If people had been doing this to other people, we’d call it genocide. Yet that’s what people have been doing to Borneo’s orangutans: perpetrating a form of eco-genocide against them. In this new century alone as many as 100,000 of the critically endangered primates have died off on the Southeast Asian island as a result of human activities, according to researchers who have published their findings in the journal Current Biology.
The researchers, led by Maria Voigt of the Max Planck Institute for Evolutionary Anthropology in Germany, conducted a 16-year survey, for the years between 1999 and 2015. They have reached what they call a “mind-boggling” conclusion about the extent of death and environmental mayhem meted out to orangutans in Borneo.
“[B]etween 1999 and 2015, half of the (island’s) orangutan population was affected by logging, deforestation, or industrialized plantations,” they write. “Although land clearance caused the most dramatic rates of decline, it accounted for only a small proportion of the total loss. A much larger number of orangutans were lost in selectively logged and primary forests, where rates of decline were less precipitous, but where far more orangutans are found.”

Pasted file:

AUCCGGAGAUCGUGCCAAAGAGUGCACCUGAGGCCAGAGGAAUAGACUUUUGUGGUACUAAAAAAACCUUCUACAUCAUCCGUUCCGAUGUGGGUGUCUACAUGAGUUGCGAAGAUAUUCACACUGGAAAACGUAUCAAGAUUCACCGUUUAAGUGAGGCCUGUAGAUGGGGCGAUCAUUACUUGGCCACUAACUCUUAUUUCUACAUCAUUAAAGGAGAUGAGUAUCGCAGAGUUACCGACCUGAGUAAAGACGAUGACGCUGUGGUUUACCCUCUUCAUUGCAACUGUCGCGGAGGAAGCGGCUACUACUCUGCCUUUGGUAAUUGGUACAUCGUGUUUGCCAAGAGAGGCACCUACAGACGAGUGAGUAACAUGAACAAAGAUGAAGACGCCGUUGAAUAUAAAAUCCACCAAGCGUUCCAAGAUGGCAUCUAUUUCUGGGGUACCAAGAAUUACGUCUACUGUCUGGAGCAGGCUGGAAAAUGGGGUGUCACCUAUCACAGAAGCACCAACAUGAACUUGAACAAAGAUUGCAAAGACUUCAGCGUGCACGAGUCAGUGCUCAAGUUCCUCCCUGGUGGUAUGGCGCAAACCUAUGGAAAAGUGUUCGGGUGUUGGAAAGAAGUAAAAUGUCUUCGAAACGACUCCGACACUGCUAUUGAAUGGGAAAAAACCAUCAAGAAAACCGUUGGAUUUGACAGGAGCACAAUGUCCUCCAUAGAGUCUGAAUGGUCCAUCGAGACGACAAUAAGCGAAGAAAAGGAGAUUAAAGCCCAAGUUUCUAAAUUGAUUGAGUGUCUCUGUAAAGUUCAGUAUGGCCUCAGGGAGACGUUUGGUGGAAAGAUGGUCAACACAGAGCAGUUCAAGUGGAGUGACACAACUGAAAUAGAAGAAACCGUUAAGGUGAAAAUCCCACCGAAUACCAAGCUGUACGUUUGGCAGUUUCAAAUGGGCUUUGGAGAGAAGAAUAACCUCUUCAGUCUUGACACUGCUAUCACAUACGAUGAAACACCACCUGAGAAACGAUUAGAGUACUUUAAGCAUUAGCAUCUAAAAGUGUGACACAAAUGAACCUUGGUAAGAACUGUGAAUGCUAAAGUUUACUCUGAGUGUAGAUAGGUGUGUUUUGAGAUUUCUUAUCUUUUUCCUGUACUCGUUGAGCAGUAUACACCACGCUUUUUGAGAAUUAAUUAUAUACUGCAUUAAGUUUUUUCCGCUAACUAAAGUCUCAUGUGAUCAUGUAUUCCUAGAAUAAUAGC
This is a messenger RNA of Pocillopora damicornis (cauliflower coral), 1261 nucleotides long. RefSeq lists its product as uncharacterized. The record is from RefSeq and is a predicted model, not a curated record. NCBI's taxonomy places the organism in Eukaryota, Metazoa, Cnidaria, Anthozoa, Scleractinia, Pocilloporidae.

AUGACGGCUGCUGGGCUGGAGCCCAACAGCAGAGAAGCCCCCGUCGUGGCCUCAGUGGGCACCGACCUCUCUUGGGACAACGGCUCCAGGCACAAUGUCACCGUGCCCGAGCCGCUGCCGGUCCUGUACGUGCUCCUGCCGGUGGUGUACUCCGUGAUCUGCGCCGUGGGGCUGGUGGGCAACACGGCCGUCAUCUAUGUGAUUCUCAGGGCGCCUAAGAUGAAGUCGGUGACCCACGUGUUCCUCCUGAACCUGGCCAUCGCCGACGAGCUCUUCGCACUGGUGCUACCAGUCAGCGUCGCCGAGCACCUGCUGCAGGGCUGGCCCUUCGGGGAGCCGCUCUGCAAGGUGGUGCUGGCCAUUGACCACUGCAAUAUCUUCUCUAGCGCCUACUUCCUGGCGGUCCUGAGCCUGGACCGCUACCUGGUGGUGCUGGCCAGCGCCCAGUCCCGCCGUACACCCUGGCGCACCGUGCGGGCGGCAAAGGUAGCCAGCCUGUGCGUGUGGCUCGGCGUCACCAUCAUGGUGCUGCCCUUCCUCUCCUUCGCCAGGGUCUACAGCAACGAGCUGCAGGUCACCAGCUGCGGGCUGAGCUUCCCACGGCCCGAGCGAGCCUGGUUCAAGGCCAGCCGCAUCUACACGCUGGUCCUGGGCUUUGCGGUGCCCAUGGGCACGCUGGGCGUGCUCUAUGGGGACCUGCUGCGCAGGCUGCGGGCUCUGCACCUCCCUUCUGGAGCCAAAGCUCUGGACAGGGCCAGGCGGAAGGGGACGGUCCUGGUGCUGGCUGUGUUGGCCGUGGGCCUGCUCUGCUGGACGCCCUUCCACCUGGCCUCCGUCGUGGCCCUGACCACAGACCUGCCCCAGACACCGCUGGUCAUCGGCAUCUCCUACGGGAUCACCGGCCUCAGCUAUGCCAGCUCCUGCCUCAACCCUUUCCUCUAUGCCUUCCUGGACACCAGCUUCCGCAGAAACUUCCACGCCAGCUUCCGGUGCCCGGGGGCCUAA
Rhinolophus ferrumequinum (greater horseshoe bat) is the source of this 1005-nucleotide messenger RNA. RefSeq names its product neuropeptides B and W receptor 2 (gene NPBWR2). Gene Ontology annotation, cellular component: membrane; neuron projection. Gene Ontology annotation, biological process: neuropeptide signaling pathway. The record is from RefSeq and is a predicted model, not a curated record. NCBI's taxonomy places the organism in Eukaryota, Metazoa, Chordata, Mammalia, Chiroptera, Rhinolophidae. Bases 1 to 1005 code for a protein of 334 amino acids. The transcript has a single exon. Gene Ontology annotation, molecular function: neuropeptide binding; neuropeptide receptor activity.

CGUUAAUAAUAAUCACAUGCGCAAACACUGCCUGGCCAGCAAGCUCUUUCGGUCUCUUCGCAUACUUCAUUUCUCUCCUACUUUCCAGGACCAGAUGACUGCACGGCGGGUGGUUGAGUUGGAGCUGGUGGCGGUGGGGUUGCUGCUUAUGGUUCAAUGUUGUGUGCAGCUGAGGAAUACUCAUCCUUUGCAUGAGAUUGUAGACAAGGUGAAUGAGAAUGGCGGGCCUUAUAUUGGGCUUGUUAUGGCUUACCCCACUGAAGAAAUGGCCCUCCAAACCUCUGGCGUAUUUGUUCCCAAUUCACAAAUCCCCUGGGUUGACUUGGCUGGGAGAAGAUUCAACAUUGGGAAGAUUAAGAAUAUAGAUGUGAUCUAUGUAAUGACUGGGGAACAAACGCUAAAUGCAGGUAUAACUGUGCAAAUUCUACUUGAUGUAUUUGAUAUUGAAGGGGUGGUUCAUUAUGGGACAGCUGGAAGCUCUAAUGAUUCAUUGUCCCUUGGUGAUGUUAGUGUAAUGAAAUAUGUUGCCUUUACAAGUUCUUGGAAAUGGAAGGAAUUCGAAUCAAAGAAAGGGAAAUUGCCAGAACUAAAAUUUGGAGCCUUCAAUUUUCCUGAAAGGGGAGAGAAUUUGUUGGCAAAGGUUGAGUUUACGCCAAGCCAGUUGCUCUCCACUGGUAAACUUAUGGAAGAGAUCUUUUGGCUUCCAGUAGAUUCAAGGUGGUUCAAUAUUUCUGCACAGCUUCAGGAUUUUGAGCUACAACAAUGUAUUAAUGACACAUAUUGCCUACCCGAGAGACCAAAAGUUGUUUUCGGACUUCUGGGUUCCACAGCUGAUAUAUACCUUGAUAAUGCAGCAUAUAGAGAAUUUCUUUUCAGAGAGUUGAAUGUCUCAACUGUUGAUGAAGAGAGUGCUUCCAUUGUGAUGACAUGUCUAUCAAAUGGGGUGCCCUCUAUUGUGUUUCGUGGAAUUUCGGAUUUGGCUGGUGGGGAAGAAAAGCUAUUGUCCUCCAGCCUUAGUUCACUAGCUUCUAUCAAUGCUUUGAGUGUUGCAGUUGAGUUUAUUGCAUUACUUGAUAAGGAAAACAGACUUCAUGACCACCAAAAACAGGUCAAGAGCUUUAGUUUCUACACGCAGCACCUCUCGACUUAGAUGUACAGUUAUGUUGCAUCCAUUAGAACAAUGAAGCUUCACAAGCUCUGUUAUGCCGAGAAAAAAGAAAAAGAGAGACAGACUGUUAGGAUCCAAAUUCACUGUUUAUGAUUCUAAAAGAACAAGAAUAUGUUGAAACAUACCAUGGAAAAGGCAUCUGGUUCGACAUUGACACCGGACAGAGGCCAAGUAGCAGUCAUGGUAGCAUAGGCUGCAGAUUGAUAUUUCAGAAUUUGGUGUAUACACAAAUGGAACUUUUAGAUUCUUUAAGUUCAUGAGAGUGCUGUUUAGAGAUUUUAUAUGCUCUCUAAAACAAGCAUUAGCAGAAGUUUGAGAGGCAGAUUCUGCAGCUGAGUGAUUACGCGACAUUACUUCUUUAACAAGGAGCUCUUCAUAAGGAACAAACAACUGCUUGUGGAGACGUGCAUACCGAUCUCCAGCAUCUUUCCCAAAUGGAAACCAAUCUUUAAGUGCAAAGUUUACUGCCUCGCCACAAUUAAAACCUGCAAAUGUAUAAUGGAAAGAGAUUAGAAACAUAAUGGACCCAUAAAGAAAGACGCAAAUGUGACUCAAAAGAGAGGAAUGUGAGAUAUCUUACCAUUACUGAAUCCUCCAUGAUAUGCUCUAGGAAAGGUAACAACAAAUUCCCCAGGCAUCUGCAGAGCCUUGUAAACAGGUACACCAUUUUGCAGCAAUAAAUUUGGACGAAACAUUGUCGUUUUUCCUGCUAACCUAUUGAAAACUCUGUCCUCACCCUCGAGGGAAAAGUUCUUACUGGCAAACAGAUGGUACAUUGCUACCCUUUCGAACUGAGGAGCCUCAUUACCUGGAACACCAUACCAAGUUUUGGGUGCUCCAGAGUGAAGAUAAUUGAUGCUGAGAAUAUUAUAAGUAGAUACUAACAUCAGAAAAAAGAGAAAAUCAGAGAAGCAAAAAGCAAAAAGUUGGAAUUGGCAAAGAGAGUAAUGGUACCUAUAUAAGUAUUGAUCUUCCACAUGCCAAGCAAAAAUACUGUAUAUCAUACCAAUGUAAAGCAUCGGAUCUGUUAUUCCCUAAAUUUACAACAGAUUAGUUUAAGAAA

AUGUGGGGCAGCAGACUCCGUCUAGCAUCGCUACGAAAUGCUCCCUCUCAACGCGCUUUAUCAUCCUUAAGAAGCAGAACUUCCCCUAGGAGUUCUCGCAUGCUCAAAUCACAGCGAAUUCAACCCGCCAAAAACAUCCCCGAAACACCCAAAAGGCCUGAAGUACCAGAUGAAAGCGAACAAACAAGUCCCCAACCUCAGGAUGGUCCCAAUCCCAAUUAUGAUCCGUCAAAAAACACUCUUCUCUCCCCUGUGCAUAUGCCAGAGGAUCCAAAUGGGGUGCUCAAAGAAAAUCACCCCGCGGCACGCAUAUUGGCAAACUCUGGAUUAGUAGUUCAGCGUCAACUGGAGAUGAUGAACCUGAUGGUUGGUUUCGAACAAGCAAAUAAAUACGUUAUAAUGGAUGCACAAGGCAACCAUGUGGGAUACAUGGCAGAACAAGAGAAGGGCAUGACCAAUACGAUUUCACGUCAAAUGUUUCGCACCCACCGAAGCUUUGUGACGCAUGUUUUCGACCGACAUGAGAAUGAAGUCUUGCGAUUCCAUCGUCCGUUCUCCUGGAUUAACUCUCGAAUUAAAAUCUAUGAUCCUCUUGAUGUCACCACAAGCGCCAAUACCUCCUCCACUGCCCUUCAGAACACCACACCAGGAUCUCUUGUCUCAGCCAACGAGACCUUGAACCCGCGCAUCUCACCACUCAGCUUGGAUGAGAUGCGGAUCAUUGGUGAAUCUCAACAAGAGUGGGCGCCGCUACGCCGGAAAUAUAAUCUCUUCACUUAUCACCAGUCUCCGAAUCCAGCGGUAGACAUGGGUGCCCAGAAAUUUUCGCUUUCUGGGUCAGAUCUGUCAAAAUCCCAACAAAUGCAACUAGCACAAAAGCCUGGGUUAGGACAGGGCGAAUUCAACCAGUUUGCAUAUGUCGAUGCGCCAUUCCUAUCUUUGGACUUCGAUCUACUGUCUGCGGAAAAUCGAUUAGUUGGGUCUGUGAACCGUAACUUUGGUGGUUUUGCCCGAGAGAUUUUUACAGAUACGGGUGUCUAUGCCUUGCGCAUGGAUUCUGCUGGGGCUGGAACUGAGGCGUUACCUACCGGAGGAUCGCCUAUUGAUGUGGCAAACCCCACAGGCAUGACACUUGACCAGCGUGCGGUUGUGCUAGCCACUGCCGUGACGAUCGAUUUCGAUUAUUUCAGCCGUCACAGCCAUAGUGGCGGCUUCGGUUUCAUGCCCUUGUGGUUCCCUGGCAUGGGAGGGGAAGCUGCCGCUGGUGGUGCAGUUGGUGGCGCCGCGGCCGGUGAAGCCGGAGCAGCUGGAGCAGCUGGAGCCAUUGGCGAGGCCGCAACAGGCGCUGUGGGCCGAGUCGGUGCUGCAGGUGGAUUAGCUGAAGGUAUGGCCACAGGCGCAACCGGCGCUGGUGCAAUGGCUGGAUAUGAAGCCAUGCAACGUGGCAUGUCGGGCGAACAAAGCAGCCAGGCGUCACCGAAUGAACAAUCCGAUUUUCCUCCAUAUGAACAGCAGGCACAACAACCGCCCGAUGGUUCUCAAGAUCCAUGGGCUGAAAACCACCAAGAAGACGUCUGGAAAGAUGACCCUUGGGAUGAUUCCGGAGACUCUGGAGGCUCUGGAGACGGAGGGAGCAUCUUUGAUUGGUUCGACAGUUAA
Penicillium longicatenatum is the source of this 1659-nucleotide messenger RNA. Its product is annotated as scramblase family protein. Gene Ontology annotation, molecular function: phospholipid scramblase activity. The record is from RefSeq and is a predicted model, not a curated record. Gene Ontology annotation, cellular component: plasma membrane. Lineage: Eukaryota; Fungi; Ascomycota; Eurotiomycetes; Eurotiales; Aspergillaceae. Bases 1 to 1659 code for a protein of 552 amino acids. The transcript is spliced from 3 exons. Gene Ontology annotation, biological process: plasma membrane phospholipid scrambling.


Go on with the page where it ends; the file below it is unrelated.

But it isn’t just habitat loss that has been driving orangutans en masse closer to extinction on the island. Often they are killed by farmers for eating their crops. “When these animals come into conflict with people on the edge of a plantation, they are always on the losing end,” an expert notes. “People will kill them.”
Orangutans, especially babies, are also routinely seized from forests by wildlife traffickers for the exotic pet trade. The apes are likewise targeted by hunters and even killed for sport by some people, at times with sadistic savagery. Yet the primary cause of orangutan deaths is still deforestation, which could wipe out another 45,000 members of the species over the next 35 years, the researchers say. Borneo has one of the highest rates of deforestation in the world. On average 350,000 hectares of forests were cleared each year between 2001 and 2016.
Orangutans are under severe threats in their natural habitats. With only between 70,000 to 100,000 of them left in the wilds of Borneo, the prospects for the species increasingly look bleak unless deforestation and poaching are stopped once and for all.
Source: Sustainability Times